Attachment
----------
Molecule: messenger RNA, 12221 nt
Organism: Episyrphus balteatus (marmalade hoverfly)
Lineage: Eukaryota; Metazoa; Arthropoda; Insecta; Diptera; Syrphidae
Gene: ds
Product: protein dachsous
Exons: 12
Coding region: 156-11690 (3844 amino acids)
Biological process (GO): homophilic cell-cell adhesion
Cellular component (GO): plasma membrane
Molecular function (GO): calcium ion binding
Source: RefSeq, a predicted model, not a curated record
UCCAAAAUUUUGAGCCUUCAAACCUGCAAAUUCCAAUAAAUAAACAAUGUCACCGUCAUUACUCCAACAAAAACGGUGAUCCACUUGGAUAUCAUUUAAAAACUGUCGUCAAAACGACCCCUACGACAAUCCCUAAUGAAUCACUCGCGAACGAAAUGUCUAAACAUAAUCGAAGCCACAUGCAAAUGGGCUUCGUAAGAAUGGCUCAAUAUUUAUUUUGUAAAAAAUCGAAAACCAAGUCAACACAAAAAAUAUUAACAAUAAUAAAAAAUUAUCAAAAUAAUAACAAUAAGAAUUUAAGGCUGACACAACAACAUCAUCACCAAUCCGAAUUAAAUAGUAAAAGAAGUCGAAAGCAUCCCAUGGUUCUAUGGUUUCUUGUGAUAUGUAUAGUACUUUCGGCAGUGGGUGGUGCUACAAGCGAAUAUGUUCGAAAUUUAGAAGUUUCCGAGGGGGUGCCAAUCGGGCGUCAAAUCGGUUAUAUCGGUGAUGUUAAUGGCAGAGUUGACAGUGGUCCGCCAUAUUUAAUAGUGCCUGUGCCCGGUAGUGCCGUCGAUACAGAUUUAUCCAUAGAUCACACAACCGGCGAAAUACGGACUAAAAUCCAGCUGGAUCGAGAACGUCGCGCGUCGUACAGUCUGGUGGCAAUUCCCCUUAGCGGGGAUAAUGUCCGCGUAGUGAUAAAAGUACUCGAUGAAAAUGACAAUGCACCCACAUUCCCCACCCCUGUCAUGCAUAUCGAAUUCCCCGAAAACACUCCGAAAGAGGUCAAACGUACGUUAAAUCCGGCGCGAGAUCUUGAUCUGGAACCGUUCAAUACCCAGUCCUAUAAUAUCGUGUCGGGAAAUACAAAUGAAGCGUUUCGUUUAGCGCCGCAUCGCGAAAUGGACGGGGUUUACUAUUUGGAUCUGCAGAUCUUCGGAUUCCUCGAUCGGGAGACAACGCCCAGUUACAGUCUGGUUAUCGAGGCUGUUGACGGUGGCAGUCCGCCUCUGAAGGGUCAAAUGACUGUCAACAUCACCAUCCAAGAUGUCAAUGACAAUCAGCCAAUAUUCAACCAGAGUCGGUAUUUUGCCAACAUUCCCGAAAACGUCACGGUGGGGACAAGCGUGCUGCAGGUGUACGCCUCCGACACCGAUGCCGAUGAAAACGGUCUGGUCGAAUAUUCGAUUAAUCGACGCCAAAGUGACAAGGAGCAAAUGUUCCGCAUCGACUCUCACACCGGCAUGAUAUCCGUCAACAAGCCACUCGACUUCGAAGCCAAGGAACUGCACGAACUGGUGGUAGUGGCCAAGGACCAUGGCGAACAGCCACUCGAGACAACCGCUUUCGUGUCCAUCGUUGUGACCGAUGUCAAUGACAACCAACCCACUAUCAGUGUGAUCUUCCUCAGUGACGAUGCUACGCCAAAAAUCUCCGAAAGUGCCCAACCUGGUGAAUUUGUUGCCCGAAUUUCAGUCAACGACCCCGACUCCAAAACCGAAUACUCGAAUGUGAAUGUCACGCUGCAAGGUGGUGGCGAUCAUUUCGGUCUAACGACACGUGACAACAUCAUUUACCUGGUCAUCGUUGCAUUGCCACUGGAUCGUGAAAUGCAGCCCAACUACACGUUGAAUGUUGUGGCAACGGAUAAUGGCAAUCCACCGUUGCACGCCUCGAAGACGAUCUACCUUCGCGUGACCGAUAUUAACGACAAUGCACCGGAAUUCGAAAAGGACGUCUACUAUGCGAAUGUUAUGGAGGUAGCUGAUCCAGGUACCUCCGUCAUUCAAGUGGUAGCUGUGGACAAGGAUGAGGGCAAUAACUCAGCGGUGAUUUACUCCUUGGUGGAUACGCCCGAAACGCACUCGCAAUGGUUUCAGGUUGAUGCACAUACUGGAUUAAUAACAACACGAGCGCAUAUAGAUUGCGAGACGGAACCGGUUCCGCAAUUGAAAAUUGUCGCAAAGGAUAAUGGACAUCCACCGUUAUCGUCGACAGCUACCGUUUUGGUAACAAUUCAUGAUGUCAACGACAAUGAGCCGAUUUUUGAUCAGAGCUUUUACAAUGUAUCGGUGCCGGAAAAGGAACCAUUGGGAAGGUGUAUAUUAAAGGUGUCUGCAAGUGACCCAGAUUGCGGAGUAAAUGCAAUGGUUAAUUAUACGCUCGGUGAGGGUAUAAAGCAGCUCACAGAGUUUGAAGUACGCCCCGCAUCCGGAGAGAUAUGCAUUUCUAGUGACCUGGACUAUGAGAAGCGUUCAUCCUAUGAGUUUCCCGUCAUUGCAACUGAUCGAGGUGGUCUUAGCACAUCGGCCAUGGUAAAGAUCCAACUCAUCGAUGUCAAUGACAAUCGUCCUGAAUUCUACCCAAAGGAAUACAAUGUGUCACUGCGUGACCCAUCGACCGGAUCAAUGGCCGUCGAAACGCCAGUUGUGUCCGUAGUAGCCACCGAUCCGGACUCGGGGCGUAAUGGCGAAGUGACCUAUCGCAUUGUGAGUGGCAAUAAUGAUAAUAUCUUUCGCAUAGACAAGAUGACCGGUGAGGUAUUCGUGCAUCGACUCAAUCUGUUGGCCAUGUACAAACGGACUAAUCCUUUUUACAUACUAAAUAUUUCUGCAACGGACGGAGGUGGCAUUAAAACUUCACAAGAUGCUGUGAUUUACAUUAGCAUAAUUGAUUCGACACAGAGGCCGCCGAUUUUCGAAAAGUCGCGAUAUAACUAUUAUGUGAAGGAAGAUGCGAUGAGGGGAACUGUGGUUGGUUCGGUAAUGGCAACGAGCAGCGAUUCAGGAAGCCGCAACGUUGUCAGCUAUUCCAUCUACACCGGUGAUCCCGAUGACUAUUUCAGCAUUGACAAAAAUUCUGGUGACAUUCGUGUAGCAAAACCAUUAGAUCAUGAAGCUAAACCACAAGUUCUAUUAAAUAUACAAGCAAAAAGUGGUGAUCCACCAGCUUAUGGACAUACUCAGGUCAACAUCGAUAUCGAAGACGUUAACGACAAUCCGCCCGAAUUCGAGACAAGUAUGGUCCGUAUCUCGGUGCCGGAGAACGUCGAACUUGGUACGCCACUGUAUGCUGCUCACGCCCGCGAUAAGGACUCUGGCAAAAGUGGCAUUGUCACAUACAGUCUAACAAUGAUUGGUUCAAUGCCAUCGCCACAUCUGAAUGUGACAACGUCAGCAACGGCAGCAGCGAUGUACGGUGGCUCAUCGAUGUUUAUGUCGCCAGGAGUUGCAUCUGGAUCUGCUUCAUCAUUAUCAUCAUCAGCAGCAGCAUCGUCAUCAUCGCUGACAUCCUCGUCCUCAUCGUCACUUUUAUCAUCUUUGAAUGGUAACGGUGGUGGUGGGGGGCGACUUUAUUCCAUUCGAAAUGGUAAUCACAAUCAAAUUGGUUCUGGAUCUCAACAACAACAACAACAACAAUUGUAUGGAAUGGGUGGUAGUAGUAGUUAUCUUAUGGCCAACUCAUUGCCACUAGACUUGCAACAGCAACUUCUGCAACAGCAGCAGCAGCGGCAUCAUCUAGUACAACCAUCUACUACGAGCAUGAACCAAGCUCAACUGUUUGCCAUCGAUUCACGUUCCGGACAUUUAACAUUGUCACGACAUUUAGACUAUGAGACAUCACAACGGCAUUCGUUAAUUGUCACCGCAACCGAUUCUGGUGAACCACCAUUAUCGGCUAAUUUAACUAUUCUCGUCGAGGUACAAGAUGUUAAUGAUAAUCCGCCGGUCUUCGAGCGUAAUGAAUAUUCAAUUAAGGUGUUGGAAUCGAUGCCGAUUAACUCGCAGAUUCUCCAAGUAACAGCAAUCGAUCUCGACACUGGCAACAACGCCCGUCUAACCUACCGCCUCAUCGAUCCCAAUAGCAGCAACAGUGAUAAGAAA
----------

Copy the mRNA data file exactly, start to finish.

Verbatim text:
Molecule: messenger RNA, 12221 nt
Organism: Episyrphus balteatus (marmalade hoverfly)
Lineage: Eukaryota; Metazoa; Arthropoda; Insecta; Diptera; Syrphidae
Gene: ds
Product: protein dachsous
Exons: 12
Coding region: 156-11690 (3844 amino acids)
Biological process (GO): homophilic cell-cell adhesion
Cellular component (GO): plasma membrane
Molecular function (GO): calcium ion binding
Source: RefSeq, a predicted model, not a curated record
UCCAAAAUUUUGAGCCUUCAAACCUGCAAAUUCCAAUAAAUAAACAAUGUCACCGUCAUUACUCCAACAAAAACGGUGAUCCACUUGGAUAUCAUUUAAAAACUGUCGUCAAAACGACCCCUACGACAAUCCCUAAUGAAUCACUCGCGAACGAAAUGUCUAAACAUAAUCGAAGCCACAUGCAAAUGGGCUUCGUAAGAAUGGCUCAAUAUUUAUUUUGUAAAAAAUCGAAAACCAAGUCAACACAAAAAAUAUUAACAAUAAUAAAAAAUUAUCAAAAUAAUAACAAUAAGAAUUUAAGGCUGACACAACAACAUCAUCACCAAUCCGAAUUAAAUAGUAAAAGAAGUCGAAAGCAUCCCAUGGUUCUAUGGUUUCUUGUGAUAUGUAUAGUACUUUCGGCAGUGGGUGGUGCUACAAGCGAAUAUGUUCGAAAUUUAGAAGUUUCCGAGGGGGUGCCAAUCGGGCGUCAAAUCGGUUAUAUCGGUGAUGUUAAUGGCAGAGUUGACAGUGGUCCGCCAUAUUUAAUAGUGCCUGUGCCCGGUAGUGCCGUCGAUACAGAUUUAUCCAUAGAUCACACAACCGGCGAAAUACGGACUAAAAUCCAGCUGGAUCGAGAACGUCGCGCGUCGUACAGUCUGGUGGCAAUUCCCCUUAGCGGGGAUAAUGUCCGCGUAGUGAUAAAAGUACUCGAUGAAAAUGACAAUGCACCCACAUUCCCCACCCCUGUCAUGCAUAUCGAAUUCCCCGAAAACACUCCGAAAGAGGUCAAACGUACGUUAAAUCCGGCGCGAGAUCUUGAUCUGGAACCGUUCAAUACCCAGUCCUAUAAUAUCGUGUCGGGAAAUACAAAUGAAGCGUUUCGUUUAGCGCCGCAUCGCGAAAUGGACGGGGUUUACUAUUUGGAUCUGCAGAUCUUCGGAUUCCUCGAUCGGGAGACAACGCCCAGUUACAGUCUGGUUAUCGAGGCUGUUGACGGUGGCAGUCCGCCUCUGAAGGGUCAAAUGACUGUCAACAUCACCAUCCAAGAUGUCAAUGACAAUCAGCCAAUAUUCAACCAGAGUCGGUAUUUUGCCAACAUUCCCGAAAACGUCACGGUGGGGACAAGCGUGCUGCAGGUGUACGCCUCCGACACCGAUGCCGAUGAAAACGGUCUGGUCGAAUAUUCGAUUAAUCGACGCCAAAGUGACAAGGAGCAAAUGUUCCGCAUCGACUCUCACACCGGCAUGAUAUCCGUCAACAAGCCACUCGACUUCGAAGCCAAGGAACUGCACGAACUGGUGGUAGUGGCCAAGGACCAUGGCGAACAGCCACUCGAGACAACCGCUUUCGUGUCCAUCGUUGUGACCGAUGUCAAUGACAACCAACCCACUAUCAGUGUGAUCUUCCUCAGUGACGAUGCUACGCCAAAAAUCUCCGAAAGUGCCCAACCUGGUGAAUUUGUUGCCCGAAUUUCAGUCAACGACCCCGACUCCAAAACCGAAUACUCGAAUGUGAAUGUCACGCUGCAAGGUGGUGGCGAUCAUUUCGGUCUAACGACACGUGACAACAUCAUUUACCUGGUCAUCGUUGCAUUGCCACUGGAUCGUGAAAUGCAGCCCAACUACACGUUGAAUGUUGUGGCAACGGAUAAUGGCAAUCCACCGUUGCACGCCUCGAAGACGAUCUACCUUCGCGUGACCGAUAUUAACGACAAUGCACCGGAAUUCGAAAAGGACGUCUACUAUGCGAAUGUUAUGGAGGUAGCUGAUCCAGGUACCUCCGUCAUUCAAGUGGUAGCUGUGGACAAGGAUGAGGGCAAUAACUCAGCGGUGAUUUACUCCUUGGUGGAUACGCCCGAAACGCACUCGCAAUGGUUUCAGGUUGAUGCACAUACUGGAUUAAUAACAACACGAGCGCAUAUAGAUUGCGAGACGGAACCGGUUCCGCAAUUGAAAAUUGUCGCAAAGGAUAAUGGACAUCCACCGUUAUCGUCGACAGCUACCGUUUUGGUAACAAUUCAUGAUGUCAACGACAAUGAGCCGAUUUUUGAUCAGAGCUUUUACAAUGUAUCGGUGCCGGAAAAGGAACCAUUGGGAAGGUGUAUAUUAAAGGUGUCUGCAAGUGACCCAGAUUGCGGAGUAAAUGCAAUGGUUAAUUAUACGCUCGGUGAGGGUAUAAAGCAGCUCACAGAGUUUGAAGUACGCCCCGCAUCCGGAGAGAUAUGCAUUUCUAGUGACCUGGACUAUGAGAAGCGUUCAUCCUAUGAGUUUCCCGUCAUUGCAACUGAUCGAGGUGGUCUUAGCACAUCGGCCAUGGUAAAGAUCCAACUCAUCGAUGUCAAUGACAAUCGUCCUGAAUUCUACCCAAAGGAAUACAAUGUGUCACUGCGUGACCCAUCGACCGGAUCAAUGGCCGUCGAAACGCCAGUUGUGUCCGUAGUAGCCACCGAUCCGGACUCGGGGCGUAAUGGCGAAGUGACCUAUCGCAUUGUGAGUGGCAAUAAUGAUAAUAUCUUUCGCAUAGACAAGAUGACCGGUGAGGUAUUCGUGCAUCGACUCAAUCUGUUGGCCAUGUACAAACGGACUAAUCCUUUUUACAUACUAAAUAUUUCUGCAACGGACGGAGGUGGCAUUAAAACUUCACAAGAUGCUGUGAUUUACAUUAGCAUAAUUGAUUCGACACAGAGGCCGCCGAUUUUCGAAAAGUCGCGAUAUAACUAUUAUGUGAAGGAAGAUGCGAUGAGGGGAACUGUGGUUGGUUCGGUAAUGGCAACGAGCAGCGAUUCAGGAAGCCGCAACGUUGUCAGCUAUUCCAUCUACACCGGUGAUCCCGAUGACUAUUUCAGCAUUGACAAAAAUUCUGGUGACAUUCGUGUAGCAAAACCAUUAGAUCAUGAAGCUAAACCACAAGUUCUAUUAAAUAUACAAGCAAAAAGUGGUGAUCCACCAGCUUAUGGACAUACUCAGGUCAACAUCGAUAUCGAAGACGUUAACGACAAUCCGCCCGAAUUCGAGACAAGUAUGGUCCGUAUCUCGGUGCCGGAGAACGUCGAACUUGGUACGCCACUGUAUGCUGCUCACGCCCGCGAUAAGGACUCUGGCAAAAGUGGCAUUGUCACAUACAGUCUAACAAUGAUUGGUUCAAUGCCAUCGCCACAUCUGAAUGUGACAACGUCAGCAACGGCAGCAGCGAUGUACGGUGGCUCAUCGAUGUUUAUGUCGCCAGGAGUUGCAUCUGGAUCUGCUUCAUCAUUAUCAUCAUCAGCAGCAGCAUCGUCAUCAUCGCUGACAUCCUCGUCCUCAUCGUCACUUUUAUCAUCUUUGAAUGGUAACGGUGGUGGUGGGGGGCGACUUUAUUCCAUUCGAAAUGGUAAUCACAAUCAAAUUGGUUCUGGAUCUCAACAACAACAACAACAACAAUUGUAUGGAAUGGGUGGUAGUAGUAGUUAUCUUAUGGCCAACUCAUUGCCACUAGACUUGCAACAGCAACUUCUGCAACAGCAGCAGCAGCGGCAUCAUCUAGUACAACCAUCUACUACGAGCAUGAACCAAGCUCAACUGUUUGCCAUCGAUUCACGUUCCGGACAUUUAACAUUGUCACGACAUUUAGACUAUGAGACAUCACAACGGCAUUCGUUAAUUGUCACCGCAACCGAUUCUGGUGAACCACCAUUAUCGGCUAAUUUAACUAUUCUCGUCGAGGUACAAGAUGUUAAUGAUAAUCCGCCGGUCUUCGAGCGUAAUGAAUAUUCAAUUAAGGUGUUGGAAUCGAUGCCGAUUAACUCGCAGAUUCUCCAAGUAACAGCAAUCGAUCUCGACACUGGCAACAACGCCCGUCUAACCUACCGCCUCAUCGAUCCCAAUAGCAGCAACAGUGAUAAGAAA